The fires that have engulfed the eastern seaboard have come perilously close to working coal mines and their surrounding communities.
Flames came within about 200 metres of the pit at Centennial Coal's Springvale mine in New South Wales and production stopped due to poor air quality from bushfire smoke underground.
Fires have also come close to Centennial's Angus Place Colliery, which is on care and maintenance, and the Clarence colliery.
Greenpeace Australia Pacific head of campaigns Jamie Hanson took an alarmist approach to the risk of fire to the coal at Mount Piper power station and the Springvale mine.
"If either of these catch fire they will likely burn for weeks, emitting extremely toxic fumes, which will aggravate the already dangerous levels of air pollution across NSW," Hanson said.
Meanwhile, coal mine workers were out doing the brave work and actually fighting fires.
Springvale's Construction Forestry Mining and Energy Union lodge president Ben Smith said many members had been involved in firefighting during the bush fires.
"We've had blokes constantly off fighting fires across the last three months, with the Rural Fire Service and NSW Fire Rescue," he said.
"They have a lot of skills that they can bring to firefighting. They are mines rescue trained - each pit has individual fire teams - and mine operators are out on fire rescue bulldozers pushing in containment lines. They all pitch in where they can."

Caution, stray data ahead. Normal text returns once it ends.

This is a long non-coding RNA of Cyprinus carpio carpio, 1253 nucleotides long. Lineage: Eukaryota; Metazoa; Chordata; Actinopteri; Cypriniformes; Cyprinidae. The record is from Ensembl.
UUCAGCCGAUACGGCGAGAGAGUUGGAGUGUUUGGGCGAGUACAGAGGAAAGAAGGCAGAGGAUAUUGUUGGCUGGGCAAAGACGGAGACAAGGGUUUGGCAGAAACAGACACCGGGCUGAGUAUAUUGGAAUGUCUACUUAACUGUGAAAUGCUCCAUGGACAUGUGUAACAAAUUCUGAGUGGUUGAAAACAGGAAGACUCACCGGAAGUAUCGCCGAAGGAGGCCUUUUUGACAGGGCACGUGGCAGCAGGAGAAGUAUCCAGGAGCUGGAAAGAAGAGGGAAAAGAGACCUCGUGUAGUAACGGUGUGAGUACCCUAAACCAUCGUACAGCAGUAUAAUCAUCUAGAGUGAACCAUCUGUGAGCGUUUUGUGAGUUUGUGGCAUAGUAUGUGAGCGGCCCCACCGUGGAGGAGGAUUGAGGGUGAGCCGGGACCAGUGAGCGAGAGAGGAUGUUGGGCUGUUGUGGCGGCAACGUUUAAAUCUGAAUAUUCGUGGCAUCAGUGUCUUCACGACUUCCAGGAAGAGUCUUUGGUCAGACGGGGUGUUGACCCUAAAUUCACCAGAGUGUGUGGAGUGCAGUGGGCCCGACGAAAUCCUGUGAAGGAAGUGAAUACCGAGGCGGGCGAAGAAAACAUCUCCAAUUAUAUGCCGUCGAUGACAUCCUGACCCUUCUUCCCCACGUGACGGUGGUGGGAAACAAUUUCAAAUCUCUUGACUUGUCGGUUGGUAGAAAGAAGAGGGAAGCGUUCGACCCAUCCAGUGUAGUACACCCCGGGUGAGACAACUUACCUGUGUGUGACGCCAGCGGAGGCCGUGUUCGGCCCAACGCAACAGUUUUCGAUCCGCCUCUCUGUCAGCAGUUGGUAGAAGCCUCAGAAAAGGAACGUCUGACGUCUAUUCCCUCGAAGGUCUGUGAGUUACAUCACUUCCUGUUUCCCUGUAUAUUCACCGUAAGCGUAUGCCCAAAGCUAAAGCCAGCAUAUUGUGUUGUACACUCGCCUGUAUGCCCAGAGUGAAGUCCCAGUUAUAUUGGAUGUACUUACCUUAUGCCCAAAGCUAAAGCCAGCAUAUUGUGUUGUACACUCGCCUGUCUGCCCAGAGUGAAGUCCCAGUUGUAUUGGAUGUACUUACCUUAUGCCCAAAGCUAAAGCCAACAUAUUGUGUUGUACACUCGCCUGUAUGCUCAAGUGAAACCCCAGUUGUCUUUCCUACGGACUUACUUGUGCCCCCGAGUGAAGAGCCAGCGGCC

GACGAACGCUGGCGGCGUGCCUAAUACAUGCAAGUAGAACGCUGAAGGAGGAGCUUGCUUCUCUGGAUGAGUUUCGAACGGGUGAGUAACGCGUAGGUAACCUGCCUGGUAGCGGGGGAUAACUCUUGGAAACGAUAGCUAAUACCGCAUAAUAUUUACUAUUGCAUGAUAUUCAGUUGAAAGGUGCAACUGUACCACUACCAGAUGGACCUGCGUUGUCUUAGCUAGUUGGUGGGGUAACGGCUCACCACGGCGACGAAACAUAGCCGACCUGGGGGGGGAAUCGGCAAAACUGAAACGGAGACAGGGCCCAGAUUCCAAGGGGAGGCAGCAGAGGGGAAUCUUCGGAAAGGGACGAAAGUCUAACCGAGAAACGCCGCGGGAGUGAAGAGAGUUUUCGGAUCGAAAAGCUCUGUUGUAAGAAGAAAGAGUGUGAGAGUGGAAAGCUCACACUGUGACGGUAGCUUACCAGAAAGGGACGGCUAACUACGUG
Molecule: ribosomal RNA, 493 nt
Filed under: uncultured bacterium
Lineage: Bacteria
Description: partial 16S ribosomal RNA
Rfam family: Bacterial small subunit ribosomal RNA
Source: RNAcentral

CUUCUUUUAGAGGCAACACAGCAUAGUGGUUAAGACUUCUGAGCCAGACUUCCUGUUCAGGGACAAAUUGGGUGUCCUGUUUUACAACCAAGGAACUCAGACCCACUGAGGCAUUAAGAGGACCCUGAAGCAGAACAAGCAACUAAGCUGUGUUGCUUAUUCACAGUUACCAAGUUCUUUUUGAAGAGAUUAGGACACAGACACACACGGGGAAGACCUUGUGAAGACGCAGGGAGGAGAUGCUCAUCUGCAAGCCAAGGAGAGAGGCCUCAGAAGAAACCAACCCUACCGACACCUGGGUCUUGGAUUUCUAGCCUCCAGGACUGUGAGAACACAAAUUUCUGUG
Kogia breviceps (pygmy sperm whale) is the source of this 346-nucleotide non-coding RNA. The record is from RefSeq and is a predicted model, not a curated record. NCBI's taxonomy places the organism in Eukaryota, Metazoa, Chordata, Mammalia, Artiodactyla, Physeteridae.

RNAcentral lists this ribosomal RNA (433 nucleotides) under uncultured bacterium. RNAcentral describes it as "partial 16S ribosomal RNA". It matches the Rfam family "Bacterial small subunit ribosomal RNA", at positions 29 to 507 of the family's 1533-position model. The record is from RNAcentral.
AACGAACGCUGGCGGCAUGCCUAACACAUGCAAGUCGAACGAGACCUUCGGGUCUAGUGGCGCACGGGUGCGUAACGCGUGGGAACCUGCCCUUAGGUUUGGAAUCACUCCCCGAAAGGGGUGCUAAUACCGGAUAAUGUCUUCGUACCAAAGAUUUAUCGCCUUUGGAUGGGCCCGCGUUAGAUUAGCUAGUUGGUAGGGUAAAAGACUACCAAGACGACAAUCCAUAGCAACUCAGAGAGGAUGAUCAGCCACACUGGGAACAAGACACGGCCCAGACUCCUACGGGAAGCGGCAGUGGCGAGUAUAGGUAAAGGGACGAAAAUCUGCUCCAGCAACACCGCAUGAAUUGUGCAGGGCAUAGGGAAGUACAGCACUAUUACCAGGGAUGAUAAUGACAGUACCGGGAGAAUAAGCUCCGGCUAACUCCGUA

Smith is part of the local fire brigade at Wallerawang.
He was out on the fire truck as fires came close to the town.
Southwestern district president Graeme Osborne said while the major employers were supportive of mineworkers taking paid time off to fight fires, some contractors had refused to pay mineworkers.
"The fire fighters' efforts are also protecting the mine assets," Osborne said.
"They are doing an incredible job for the whole community."
Coal mining companies are also coming to the assistance of firefighters with South32, which has a large footprint in the fire ravaged south coast of NSW, donating $500,000 to the Australian Red Cross in support of bushfire disaster relief.
South32 CEO Graham Kerr said this brought its total donations to organisations dealing with the crisis to $1 million since November.
The miner has also made in-kind donations of face masks for smoke protection and across Australia many of its staff have been involved in raising funds and volunteering to support the effort.
Hogsback reckons coal miners have shown they are an important part of the community in this bushfire crisis by getting on with the job of saving property and lives.